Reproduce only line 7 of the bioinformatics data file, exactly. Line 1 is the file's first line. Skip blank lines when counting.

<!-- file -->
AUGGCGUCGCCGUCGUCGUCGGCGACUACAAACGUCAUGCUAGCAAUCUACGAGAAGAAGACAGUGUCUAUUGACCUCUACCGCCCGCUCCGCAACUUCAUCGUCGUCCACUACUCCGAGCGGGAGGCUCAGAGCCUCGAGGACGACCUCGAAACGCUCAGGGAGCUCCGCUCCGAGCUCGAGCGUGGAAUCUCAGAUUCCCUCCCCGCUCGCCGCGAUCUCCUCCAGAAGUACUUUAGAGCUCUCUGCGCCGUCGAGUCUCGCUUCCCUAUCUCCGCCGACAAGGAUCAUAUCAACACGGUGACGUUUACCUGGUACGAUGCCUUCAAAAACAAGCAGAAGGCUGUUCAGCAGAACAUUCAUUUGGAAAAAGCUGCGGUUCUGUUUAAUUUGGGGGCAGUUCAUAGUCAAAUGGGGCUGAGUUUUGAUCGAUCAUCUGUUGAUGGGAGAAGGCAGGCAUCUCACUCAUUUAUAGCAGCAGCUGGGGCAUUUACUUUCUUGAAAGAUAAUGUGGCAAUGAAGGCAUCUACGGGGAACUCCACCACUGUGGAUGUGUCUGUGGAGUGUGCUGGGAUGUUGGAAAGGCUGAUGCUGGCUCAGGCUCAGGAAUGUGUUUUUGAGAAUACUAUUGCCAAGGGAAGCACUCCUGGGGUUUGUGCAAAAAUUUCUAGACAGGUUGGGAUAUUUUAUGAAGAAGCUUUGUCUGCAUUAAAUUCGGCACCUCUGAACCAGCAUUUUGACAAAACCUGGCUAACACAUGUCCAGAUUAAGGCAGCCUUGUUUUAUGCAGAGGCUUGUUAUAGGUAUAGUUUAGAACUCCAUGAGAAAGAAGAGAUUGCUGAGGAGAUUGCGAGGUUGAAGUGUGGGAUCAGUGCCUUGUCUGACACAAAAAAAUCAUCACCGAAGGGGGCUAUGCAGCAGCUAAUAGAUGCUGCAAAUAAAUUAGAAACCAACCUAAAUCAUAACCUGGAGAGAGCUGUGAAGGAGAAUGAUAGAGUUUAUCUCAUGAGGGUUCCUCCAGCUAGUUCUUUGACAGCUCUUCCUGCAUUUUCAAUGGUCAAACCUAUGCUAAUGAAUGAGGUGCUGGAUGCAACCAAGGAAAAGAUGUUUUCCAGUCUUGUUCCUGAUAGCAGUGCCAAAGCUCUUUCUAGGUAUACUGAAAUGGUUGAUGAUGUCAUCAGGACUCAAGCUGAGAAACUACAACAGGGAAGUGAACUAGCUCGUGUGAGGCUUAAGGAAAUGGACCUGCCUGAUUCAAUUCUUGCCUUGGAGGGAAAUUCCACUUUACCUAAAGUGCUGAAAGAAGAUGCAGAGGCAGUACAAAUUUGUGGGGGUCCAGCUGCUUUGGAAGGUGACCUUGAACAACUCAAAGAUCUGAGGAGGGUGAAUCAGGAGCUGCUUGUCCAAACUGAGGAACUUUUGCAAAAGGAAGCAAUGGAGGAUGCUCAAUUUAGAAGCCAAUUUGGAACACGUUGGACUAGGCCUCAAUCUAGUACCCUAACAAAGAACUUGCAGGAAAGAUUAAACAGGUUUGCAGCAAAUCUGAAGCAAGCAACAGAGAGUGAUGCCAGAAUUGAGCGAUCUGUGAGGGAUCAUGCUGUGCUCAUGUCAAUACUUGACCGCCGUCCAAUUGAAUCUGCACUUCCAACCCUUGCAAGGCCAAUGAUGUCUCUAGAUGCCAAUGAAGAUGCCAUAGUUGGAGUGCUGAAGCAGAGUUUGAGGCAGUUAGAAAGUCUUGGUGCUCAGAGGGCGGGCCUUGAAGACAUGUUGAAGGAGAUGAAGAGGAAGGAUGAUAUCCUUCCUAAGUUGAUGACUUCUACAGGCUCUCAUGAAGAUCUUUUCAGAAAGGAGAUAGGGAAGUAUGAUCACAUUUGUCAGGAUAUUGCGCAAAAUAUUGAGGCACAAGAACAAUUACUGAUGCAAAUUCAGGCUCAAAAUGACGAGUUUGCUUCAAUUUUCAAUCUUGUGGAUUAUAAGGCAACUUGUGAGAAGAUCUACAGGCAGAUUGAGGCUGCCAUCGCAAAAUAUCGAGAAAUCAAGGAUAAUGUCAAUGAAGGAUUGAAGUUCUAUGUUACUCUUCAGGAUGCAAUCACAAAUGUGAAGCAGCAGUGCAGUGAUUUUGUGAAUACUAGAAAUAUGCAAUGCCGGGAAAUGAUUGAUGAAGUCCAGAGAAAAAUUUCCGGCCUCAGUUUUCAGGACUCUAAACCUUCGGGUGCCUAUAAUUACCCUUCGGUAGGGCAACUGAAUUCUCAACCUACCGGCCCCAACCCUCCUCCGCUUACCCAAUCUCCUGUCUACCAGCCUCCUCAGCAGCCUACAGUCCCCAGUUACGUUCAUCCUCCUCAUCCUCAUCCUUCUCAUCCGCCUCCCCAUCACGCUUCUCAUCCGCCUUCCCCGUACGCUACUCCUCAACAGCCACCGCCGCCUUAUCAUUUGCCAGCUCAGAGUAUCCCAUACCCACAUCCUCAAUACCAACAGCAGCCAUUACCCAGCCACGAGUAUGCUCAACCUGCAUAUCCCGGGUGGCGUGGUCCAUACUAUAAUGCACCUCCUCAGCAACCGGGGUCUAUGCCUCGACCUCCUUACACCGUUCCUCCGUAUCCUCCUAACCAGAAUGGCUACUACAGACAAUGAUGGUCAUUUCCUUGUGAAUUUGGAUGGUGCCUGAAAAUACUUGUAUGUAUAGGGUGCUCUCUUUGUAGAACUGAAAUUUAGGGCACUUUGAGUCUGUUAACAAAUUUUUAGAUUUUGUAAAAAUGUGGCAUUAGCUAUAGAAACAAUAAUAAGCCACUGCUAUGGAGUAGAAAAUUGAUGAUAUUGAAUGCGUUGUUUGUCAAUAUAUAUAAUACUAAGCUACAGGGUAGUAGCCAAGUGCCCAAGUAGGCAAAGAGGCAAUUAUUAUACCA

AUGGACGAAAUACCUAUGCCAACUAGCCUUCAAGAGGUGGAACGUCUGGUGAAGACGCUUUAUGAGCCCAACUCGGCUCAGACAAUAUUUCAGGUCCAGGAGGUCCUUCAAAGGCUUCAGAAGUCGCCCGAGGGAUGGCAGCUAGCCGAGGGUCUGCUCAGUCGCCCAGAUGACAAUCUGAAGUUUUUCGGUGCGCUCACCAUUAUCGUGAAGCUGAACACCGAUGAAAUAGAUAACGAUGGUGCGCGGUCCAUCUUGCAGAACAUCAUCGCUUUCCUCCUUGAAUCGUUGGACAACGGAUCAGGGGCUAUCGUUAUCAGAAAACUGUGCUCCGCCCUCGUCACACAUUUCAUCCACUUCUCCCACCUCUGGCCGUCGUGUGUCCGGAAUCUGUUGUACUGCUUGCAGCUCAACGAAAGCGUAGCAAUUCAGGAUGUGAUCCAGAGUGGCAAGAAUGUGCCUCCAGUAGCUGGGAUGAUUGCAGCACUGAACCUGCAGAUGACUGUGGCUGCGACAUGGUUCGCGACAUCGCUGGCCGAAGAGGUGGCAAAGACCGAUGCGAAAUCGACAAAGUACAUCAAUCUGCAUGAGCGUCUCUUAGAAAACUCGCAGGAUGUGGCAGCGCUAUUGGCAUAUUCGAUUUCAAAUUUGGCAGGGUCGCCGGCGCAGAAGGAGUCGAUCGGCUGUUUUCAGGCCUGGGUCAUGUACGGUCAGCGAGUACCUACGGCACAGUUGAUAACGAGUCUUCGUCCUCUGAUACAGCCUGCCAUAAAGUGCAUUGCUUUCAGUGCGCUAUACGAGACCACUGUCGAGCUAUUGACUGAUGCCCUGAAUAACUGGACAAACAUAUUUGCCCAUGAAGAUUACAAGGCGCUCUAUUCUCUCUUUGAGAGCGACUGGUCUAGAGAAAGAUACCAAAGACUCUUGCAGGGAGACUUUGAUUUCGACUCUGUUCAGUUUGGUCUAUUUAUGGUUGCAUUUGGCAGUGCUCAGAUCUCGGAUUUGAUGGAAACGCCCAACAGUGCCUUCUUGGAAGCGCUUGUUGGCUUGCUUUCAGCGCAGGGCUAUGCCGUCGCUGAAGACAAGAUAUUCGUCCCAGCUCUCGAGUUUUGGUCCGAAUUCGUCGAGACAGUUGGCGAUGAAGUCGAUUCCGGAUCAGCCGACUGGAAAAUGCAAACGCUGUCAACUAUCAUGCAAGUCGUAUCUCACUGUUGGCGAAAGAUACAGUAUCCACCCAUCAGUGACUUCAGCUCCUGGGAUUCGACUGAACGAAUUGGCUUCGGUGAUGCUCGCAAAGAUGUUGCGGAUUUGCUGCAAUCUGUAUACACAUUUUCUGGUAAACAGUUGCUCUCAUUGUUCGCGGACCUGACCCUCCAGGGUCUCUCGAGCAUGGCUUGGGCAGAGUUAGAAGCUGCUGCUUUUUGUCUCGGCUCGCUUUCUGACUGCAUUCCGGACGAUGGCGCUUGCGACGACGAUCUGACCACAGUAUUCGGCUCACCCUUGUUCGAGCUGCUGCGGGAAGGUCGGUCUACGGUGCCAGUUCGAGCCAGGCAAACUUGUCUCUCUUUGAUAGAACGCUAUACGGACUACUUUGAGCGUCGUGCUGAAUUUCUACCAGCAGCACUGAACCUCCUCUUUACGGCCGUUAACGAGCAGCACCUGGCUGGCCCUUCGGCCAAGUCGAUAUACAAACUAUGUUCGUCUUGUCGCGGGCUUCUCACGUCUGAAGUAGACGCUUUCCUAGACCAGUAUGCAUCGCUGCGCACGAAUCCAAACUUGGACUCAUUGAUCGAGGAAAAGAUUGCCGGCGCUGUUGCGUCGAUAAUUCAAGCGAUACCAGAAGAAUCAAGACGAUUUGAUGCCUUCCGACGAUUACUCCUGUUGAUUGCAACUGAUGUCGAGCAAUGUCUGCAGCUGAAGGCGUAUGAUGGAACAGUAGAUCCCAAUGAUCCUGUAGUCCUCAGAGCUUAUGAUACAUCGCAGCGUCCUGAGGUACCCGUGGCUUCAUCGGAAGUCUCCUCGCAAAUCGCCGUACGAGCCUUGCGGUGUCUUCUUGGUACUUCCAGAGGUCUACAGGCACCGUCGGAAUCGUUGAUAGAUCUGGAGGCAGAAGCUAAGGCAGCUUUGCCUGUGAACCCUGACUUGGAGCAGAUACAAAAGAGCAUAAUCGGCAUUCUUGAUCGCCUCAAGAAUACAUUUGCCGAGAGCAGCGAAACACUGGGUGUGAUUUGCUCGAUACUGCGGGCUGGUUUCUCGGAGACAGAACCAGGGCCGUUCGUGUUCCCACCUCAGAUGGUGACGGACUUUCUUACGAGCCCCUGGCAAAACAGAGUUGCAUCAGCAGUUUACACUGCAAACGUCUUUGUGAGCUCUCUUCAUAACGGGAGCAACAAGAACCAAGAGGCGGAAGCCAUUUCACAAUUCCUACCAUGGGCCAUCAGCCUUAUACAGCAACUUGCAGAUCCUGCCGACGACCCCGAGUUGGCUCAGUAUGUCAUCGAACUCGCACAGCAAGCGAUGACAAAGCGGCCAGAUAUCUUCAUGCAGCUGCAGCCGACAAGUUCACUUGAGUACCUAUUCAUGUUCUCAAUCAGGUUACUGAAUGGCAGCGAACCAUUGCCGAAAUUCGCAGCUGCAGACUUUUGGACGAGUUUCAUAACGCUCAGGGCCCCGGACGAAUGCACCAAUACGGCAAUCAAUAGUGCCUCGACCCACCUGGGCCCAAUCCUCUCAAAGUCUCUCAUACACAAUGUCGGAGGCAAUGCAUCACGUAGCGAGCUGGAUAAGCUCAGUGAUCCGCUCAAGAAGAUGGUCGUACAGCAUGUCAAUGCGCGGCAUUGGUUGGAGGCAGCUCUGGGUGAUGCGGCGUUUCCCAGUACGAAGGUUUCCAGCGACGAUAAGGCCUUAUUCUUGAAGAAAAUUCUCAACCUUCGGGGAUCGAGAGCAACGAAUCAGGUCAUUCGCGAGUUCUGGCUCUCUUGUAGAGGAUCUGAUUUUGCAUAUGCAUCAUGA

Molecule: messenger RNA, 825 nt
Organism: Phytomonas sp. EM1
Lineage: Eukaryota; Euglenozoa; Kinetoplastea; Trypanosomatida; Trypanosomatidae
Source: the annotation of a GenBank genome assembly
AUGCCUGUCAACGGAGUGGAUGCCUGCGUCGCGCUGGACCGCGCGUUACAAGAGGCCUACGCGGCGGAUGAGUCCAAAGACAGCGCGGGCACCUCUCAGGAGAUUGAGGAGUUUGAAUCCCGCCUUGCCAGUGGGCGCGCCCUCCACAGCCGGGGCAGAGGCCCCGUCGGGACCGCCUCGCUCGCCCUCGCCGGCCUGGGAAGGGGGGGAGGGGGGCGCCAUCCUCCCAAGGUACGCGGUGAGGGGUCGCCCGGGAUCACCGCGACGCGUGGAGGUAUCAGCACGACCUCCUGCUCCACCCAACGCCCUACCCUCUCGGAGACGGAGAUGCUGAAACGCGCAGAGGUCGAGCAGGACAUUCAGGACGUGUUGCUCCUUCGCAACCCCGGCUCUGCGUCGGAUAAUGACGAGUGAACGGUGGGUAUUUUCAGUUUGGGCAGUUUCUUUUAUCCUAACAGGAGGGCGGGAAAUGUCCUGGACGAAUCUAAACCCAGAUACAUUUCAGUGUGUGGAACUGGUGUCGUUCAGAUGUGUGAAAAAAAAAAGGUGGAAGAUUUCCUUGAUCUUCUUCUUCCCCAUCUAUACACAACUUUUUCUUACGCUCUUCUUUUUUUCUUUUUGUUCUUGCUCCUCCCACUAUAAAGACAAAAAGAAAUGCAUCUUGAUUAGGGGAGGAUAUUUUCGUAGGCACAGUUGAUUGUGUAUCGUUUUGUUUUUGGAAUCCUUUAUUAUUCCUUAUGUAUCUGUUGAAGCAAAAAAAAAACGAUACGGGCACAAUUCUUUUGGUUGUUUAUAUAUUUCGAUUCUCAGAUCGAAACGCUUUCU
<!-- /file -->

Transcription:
AUGCCUGUCAACGGAGUGGAUGCCUGCGUCGCGCUGGACCGCGCGUUACAAGAGGCCUACGCGGCGGAUGAGUCCAAAGACAGCGCGGGCACCUCUCAGGAGAUUGAGGAGUUUGAAUCCCGCCUUGCCAGUGGGCGCGCCCUCCACAGCCGGGGCAGAGGCCCCGUCGGGACCGCCUCGCUCGCCCUCGCCGGCCUGGGAAGGGGGGGAGGGGGGCGCCAUCCUCCCAAGGUACGCGGUGAGGGGUCGCCCGGGAUCACCGCGACGCGUGGAGGUAUCAGCACGACCUCCUGCUCCACCCAACGCCCUACCCUCUCGGAGACGGAGAUGCUGAAACGCGCAGAGGUCGAGCAGGACAUUCAGGACGUGUUGCUCCUUCGCAACCCCGGCUCUGCGUCGGAUAAUGACGAGUGAACGGUGGGUAUUUUCAGUUUGGGCAGUUUCUUUUAUCCUAACAGGAGGGCGGGAAAUGUCCUGGACGAAUCUAAACCCAGAUACAUUUCAGUGUGUGGAACUGGUGUCGUUCAGAUGUGUGAAAAAAAAAAGGUGGAAGAUUUCCUUGAUCUUCUUCUUCCCCAUCUAUACACAACUUUUUCUUACGCUCUUCUUUUUUUCUUUUUGUUCUUGCUCCUCCCACUAUAAAGACAAAAAGAAAUGCAUCUUGAUUAGGGGAGGAUAUUUUCGUAGGCACAGUUGAUUGUGUAUCGUUUUGUUUUUGGAAUCCUUUAUUAUUCCUUAUGUAUCUGUUGAAGCAAAAAAAAAACGAUACGGGCACAAUUCUUUUGGUUGUUUAUAUAUUUCGAUUCUCAGAUCGAAACGCUUUCU